It's an odd thing to have a profound experience with somebody else, a really intimate experience, and you remember every detail. And the other person remembers none of it. And so you're left there alone. When I talked to Bob, I asked him about this over and over and over again because I thought it was such a particular kind of moment for him. But he didn't really take it that way.

Bob

I don't know, I have no reason to feel lonely about this. I don't expect Dave to remember it. What you're saying sounds like I should have animosity toward him because of what he did to me.

Ira Glass

No, I don't mean animosity at all. Actually, in fact, just the opposite. Simply someone else to confirm that it happened. That it happened and that it had a meaning.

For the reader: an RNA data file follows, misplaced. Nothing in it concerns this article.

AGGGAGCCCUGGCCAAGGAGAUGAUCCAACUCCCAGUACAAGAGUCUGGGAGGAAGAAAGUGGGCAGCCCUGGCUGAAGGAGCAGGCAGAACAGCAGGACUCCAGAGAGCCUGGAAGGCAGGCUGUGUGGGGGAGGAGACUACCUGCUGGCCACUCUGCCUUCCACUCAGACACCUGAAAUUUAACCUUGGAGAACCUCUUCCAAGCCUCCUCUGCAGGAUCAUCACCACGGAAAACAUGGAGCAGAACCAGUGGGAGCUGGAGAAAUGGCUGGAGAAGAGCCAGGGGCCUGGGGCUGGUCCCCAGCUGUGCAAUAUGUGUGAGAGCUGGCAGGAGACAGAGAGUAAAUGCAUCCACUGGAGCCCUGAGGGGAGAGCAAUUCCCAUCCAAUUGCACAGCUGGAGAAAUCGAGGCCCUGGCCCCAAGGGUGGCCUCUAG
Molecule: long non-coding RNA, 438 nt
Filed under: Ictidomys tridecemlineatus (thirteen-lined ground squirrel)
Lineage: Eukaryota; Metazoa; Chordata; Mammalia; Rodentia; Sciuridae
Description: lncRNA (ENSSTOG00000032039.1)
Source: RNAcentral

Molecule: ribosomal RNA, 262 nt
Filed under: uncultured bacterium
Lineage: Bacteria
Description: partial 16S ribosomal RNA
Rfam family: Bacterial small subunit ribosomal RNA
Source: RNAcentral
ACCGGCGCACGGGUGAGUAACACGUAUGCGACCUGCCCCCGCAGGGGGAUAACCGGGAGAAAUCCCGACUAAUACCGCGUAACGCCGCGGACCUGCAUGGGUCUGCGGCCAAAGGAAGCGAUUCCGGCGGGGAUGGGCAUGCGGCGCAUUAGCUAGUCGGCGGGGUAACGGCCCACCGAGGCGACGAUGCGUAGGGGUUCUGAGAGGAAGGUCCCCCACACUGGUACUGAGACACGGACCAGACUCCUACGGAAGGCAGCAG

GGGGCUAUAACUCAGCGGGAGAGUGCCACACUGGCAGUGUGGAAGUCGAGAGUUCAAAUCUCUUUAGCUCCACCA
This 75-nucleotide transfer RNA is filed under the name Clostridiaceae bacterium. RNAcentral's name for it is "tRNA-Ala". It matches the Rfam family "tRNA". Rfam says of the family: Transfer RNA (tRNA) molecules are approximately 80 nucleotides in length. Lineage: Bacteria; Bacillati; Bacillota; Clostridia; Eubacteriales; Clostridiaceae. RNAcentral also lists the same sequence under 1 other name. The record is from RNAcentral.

Bob

Yeah. Yeah, you may be right. Now I feel alone. [LAUGHS] I mean, yeah, I can see myself saying, "But, Dave, don't you remember?" This was a massive event in my life.

Ira Glass

As you were talking, I was thinking this is the Gabriel Garcia Marquez part of the story where, like, is memory lost? Does memory last? Does it mean anything if an entire nation forgets what it was? Or does it mean anything if we are the only one who remembers an experience and then we are lost, and so that experience is never remembered? Does it mean anything? And you're saying, really, no. Maybe it meant something to me, but no, not really.

Bob

And I can assure you that I am like-- I'm going to pronounce his name wrong, it's Jorge Luis Borges. Like he says, I'm remembering the last time I remembered it, which was a memory of the last time I remembered it, which is a memory of the last time I remembered it. It increasingly gets more and more dramatic, and the moment gets refined down to-- it gets distilled down into something which becomes very palatable and very understandable.